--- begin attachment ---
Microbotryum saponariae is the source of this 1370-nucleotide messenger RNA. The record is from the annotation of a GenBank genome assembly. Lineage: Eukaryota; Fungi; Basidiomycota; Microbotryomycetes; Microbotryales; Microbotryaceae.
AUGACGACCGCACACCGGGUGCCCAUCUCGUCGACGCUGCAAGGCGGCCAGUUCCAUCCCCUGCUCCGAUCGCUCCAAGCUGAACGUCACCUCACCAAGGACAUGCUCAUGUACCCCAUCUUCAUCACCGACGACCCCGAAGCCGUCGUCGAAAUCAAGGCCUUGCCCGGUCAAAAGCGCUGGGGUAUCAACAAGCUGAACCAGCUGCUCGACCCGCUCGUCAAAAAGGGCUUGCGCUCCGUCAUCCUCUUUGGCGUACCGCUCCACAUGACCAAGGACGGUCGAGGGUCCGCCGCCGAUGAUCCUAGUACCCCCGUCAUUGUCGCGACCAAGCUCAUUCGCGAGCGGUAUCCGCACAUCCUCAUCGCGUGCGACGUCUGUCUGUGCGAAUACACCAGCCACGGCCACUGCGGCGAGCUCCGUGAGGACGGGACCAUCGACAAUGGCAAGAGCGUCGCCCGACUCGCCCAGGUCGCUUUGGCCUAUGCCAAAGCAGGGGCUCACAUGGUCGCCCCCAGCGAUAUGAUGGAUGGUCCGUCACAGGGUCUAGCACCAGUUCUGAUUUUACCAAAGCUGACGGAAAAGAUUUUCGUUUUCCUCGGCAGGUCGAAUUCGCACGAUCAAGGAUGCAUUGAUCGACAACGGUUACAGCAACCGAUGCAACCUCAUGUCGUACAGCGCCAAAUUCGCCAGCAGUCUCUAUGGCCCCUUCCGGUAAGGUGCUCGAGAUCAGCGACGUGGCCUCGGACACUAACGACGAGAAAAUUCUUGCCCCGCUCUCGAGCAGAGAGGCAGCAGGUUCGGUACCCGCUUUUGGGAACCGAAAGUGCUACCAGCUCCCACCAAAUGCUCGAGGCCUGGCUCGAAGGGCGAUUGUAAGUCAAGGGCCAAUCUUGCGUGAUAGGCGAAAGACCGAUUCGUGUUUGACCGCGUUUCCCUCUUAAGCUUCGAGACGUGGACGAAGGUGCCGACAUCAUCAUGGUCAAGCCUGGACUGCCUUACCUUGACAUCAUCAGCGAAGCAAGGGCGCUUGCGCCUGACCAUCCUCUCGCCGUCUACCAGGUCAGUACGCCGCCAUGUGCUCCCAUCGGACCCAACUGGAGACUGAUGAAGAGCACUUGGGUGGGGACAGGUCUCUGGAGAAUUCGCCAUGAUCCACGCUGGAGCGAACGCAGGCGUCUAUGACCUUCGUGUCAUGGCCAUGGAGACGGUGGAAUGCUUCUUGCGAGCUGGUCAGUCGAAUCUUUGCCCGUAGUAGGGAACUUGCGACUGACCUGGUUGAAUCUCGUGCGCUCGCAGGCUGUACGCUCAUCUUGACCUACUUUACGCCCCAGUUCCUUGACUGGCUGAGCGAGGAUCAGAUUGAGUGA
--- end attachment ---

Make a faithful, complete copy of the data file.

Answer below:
Microbotryum saponariae is the source of this 1370-nucleotide messenger RNA. The record is from the annotation of a GenBank genome assembly. Lineage: Eukaryota; Fungi; Basidiomycota; Microbotryomycetes; Microbotryales; Microbotryaceae.
AUGACGACCGCACACCGGGUGCCCAUCUCGUCGACGCUGCAAGGCGGCCAGUUCCAUCCCCUGCUCCGAUCGCUCCAAGCUGAACGUCACCUCACCAAGGACAUGCUCAUGUACCCCAUCUUCAUCACCGACGACCCCGAAGCCGUCGUCGAAAUCAAGGCCUUGCCCGGUCAAAAGCGCUGGGGUAUCAACAAGCUGAACCAGCUGCUCGACCCGCUCGUCAAAAAGGGCUUGCGCUCCGUCAUCCUCUUUGGCGUACCGCUCCACAUGACCAAGGACGGUCGAGGGUCCGCCGCCGAUGAUCCUAGUACCCCCGUCAUUGUCGCGACCAAGCUCAUUCGCGAGCGGUAUCCGCACAUCCUCAUCGCGUGCGACGUCUGUCUGUGCGAAUACACCAGCCACGGCCACUGCGGCGAGCUCCGUGAGGACGGGACCAUCGACAAUGGCAAGAGCGUCGCCCGACUCGCCCAGGUCGCUUUGGCCUAUGCCAAAGCAGGGGCUCACAUGGUCGCCCCCAGCGAUAUGAUGGAUGGUCCGUCACAGGGUCUAGCACCAGUUCUGAUUUUACCAAAGCUGACGGAAAAGAUUUUCGUUUUCCUCGGCAGGUCGAAUUCGCACGAUCAAGGAUGCAUUGAUCGACAACGGUUACAGCAACCGAUGCAACCUCAUGUCGUACAGCGCCAAAUUCGCCAGCAGUCUCUAUGGCCCCUUCCGGUAAGGUGCUCGAGAUCAGCGACGUGGCCUCGGACACUAACGACGAGAAAAUUCUUGCCCCGCUCUCGAGCAGAGAGGCAGCAGGUUCGGUACCCGCUUUUGGGAACCGAAAGUGCUACCAGCUCCCACCAAAUGCUCGAGGCCUGGCUCGAAGGGCGAUUGUAAGUCAAGGGCCAAUCUUGCGUGAUAGGCGAAAGACCGAUUCGUGUUUGACCGCGUUUCCCUCUUAAGCUUCGAGACGUGGACGAAGGUGCCGACAUCAUCAUGGUCAAGCCUGGACUGCCUUACCUUGACAUCAUCAGCGAAGCAAGGGCGCUUGCGCCUGACCAUCCUCUCGCCGUCUACCAGGUCAGUACGCCGCCAUGUGCUCCCAUCGGACCCAACUGGAGACUGAUGAAGAGCACUUGGGUGGGGACAGGUCUCUGGAGAAUUCGCCAUGAUCCACGCUGGAGCGAACGCAGGCGUCUAUGACCUUCGUGUCAUGGCCAUGGAGACGGUGGAAUGCUUCUUGCGAGCUGGUCAGUCGAAUCUUUGCCCGUAGUAGGGAACUUGCGACUGACCUGGUUGAAUCUCGUGCGCUCGCAGGCUGUACGCUCAUCUUGACCUACUUUACGCCCCAGUUCCUUGACUGGCUGAGCGAGGAUCAGAUUGAGUGA